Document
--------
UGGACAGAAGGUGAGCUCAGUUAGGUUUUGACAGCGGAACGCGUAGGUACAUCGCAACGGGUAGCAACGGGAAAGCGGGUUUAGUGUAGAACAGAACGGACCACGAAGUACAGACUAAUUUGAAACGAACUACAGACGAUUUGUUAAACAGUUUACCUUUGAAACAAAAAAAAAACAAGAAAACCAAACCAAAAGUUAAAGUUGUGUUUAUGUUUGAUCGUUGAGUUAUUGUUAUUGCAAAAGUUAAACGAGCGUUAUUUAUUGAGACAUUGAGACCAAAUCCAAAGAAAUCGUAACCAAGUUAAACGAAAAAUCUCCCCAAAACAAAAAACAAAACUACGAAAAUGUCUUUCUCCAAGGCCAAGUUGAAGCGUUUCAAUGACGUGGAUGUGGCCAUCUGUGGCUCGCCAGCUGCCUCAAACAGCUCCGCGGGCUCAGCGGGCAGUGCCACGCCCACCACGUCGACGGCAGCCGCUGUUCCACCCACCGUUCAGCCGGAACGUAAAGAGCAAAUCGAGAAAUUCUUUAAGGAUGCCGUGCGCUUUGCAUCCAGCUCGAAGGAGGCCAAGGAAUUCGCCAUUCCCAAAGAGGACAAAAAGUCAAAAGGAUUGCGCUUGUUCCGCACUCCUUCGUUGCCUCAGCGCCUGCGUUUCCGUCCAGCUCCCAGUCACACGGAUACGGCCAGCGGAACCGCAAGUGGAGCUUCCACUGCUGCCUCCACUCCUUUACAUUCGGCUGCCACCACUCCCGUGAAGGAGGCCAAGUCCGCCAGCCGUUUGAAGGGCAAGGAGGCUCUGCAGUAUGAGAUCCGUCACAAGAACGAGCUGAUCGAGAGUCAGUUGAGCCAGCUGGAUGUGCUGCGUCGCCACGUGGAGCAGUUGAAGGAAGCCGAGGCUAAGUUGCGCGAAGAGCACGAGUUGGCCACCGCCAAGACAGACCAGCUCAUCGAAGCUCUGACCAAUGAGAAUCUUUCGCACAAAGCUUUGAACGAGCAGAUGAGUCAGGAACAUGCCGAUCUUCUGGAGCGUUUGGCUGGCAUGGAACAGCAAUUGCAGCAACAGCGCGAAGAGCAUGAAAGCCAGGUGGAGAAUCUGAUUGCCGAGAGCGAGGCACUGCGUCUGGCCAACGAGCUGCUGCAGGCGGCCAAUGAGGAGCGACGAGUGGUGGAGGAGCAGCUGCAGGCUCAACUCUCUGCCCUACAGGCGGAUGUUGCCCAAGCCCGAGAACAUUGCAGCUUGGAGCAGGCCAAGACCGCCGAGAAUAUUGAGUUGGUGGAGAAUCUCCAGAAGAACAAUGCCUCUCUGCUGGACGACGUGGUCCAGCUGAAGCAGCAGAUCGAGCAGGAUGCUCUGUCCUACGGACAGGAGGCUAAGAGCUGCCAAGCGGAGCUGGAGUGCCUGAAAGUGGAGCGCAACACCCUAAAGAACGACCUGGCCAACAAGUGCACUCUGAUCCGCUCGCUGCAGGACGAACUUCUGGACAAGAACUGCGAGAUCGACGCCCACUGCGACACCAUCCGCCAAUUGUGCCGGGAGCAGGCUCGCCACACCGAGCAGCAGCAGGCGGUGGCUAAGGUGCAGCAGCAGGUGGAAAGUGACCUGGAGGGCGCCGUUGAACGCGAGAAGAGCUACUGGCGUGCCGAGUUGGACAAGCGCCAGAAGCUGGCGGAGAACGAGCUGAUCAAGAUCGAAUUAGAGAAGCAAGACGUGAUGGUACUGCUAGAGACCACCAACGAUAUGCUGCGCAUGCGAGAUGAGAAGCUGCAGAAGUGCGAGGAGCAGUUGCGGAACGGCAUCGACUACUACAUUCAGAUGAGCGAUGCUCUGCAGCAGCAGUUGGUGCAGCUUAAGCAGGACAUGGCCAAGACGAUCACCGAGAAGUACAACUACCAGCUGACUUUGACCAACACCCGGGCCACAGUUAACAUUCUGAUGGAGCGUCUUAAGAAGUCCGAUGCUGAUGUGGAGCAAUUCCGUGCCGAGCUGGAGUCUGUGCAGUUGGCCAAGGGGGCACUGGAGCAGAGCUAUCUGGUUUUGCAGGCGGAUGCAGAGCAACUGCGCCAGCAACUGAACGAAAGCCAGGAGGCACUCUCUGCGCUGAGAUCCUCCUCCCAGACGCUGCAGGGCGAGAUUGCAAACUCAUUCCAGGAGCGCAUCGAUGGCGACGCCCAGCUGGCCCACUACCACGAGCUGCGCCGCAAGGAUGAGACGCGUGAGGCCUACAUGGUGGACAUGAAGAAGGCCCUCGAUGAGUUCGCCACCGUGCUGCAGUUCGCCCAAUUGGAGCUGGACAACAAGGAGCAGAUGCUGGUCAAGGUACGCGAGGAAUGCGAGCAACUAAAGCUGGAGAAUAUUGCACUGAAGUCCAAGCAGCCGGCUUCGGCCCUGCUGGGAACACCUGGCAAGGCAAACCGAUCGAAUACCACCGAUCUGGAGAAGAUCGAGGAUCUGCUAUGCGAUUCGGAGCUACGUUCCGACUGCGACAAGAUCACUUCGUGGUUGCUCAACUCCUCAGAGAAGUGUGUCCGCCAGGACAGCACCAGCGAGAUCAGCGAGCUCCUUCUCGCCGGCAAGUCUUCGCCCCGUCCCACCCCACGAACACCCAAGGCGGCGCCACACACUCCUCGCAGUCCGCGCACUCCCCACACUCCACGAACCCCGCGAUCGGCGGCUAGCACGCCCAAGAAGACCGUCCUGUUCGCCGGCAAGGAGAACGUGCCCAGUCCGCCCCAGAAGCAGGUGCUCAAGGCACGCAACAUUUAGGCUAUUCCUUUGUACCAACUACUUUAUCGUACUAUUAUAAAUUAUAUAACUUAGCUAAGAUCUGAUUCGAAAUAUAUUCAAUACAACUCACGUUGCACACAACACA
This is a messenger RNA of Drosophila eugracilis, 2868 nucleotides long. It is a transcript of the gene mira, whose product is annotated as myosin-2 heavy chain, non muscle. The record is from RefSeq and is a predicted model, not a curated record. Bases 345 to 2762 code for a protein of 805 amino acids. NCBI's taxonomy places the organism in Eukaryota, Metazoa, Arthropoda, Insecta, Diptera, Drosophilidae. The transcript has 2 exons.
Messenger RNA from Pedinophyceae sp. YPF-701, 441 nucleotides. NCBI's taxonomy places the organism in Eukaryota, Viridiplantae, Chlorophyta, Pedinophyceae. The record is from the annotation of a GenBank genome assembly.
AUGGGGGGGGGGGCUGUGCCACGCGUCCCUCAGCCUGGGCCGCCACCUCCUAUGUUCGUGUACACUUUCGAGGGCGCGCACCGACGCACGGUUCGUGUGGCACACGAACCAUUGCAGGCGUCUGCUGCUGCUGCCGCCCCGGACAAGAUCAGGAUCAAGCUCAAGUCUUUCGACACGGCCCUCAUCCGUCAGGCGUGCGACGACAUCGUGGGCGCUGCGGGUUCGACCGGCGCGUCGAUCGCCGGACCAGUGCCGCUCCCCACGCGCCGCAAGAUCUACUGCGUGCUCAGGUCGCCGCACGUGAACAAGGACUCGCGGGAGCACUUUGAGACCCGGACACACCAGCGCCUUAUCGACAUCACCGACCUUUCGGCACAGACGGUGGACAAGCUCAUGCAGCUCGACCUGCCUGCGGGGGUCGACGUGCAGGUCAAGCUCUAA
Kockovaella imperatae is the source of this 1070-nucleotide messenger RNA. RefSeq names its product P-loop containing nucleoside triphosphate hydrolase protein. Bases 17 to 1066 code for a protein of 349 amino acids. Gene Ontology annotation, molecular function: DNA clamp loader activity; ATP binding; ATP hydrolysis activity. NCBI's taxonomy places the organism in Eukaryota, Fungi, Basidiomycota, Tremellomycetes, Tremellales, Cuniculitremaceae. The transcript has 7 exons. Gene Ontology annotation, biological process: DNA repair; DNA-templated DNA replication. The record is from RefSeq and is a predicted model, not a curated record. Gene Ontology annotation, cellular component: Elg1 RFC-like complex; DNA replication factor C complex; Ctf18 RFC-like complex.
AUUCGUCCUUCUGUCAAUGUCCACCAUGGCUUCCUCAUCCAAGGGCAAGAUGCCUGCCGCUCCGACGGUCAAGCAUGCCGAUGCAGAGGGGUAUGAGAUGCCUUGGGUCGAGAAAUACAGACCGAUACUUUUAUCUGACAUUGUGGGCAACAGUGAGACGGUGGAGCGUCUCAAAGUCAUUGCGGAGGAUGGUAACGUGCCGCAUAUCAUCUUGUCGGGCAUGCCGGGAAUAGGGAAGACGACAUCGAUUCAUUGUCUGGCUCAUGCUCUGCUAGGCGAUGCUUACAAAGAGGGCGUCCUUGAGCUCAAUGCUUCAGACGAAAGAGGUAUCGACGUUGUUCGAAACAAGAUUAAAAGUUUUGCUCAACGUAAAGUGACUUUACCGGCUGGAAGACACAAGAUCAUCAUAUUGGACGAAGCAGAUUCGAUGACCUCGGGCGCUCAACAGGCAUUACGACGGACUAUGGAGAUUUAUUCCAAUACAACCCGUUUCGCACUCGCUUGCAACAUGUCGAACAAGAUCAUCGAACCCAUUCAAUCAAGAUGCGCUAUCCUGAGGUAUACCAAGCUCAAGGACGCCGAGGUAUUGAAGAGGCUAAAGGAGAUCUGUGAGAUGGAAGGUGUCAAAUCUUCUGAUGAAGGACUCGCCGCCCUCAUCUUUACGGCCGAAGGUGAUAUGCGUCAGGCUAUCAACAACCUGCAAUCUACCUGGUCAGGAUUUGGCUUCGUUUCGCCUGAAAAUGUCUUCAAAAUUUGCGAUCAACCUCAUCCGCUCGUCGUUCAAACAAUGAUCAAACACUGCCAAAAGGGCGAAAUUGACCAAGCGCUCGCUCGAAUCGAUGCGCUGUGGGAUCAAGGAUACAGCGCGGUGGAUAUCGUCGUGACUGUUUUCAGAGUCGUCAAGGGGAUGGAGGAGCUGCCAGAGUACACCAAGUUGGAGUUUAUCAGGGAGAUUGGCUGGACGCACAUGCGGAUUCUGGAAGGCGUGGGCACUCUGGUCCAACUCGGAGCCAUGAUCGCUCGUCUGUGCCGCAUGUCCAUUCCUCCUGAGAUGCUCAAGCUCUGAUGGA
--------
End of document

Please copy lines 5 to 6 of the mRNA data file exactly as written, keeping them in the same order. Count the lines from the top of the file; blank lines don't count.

Kockovaella imperatae is the source of this 1070-nucleotide messenger RNA. RefSeq names its product P-loop containing nucleoside triphosphate hydrolase protein. Bases 17 to 1066 code for a protein of 349 amino acids. Gene Ontology annotation, molecular function: DNA clamp loader activity; ATP binding; ATP hydrolysis activity. NCBI's taxonomy places the organism in Eukaryota, Fungi, Basidiomycota, Tremellomycetes, Tremellales, Cuniculitremaceae. The transcript has 7 exons. Gene Ontology annotation, biological process: DNA repair; DNA-templated DNA replication. The record is from RefSeq and is a predicted model, not a curated record. Gene Ontology annotation, cellular component: Elg1 RFC-like complex; DNA replication factor C complex; Ctf18 RFC-like complex.
AUUCGUCCUUCUGUCAAUGUCCACCAUGGCUUCCUCAUCCAAGGGCAAGAUGCCUGCCGCUCCGACGGUCAAGCAUGCCGAUGCAGAGGGGUAUGAGAUGCCUUGGGUCGAGAAAUACAGACCGAUACUUUUAUCUGACAUUGUGGGCAACAGUGAGACGGUGGAGCGUCUCAAAGUCAUUGCGGAGGAUGGUAACGUGCCGCAUAUCAUCUUGUCGGGCAUGCCGGGAAUAGGGAAGACGACAUCGAUUCAUUGUCUGGCUCAUGCUCUGCUAGGCGAUGCUUACAAAGAGGGCGUCCUUGAGCUCAAUGCUUCAGACGAAAGAGGUAUCGACGUUGUUCGAAACAAGAUUAAAAGUUUUGCUCAACGUAAAGUGACUUUACCGGCUGGAAGACACAAGAUCAUCAUAUUGGACGAAGCAGAUUCGAUGACCUCGGGCGCUCAACAGGCAUUACGACGGACUAUGGAGAUUUAUUCCAAUACAACCCGUUUCGCACUCGCUUGCAACAUGUCGAACAAGAUCAUCGAACCCAUUCAAUCAAGAUGCGCUAUCCUGAGGUAUACCAAGCUCAAGGACGCCGAGGUAUUGAAGAGGCUAAAGGAGAUCUGUGAGAUGGAAGGUGUCAAAUCUUCUGAUGAAGGACUCGCCGCCCUCAUCUUUACGGCCGAAGGUGAUAUGCGUCAGGCUAUCAACAACCUGCAAUCUACCUGGUCAGGAUUUGGCUUCGUUUCGCCUGAAAAUGUCUUCAAAAUUUGCGAUCAACCUCAUCCGCUCGUCGUUCAAACAAUGAUCAAACACUGCCAAAAGGGCGAAAUUGACCAAGCGCUCGCUCGAAUCGAUGCGCUGUGGGAUCAAGGAUACAGCGCGGUGGAUAUCGUCGUGACUGUUUUCAGAGUCGUCAAGGGGAUGGAGGAGCUGCCAGAGUACACCAAGUUGGAGUUUAUCAGGGAGAUUGGCUGGACGCACAUGCGGAUUCUGGAAGGCGUGGGCACUCUGGUCCAACUCGGAGCCAUGAUCGCUCGUCUGUGCCGCAUGUCCAUUCCUCCUGAGAUGCUCAAGCUCUGAUGGA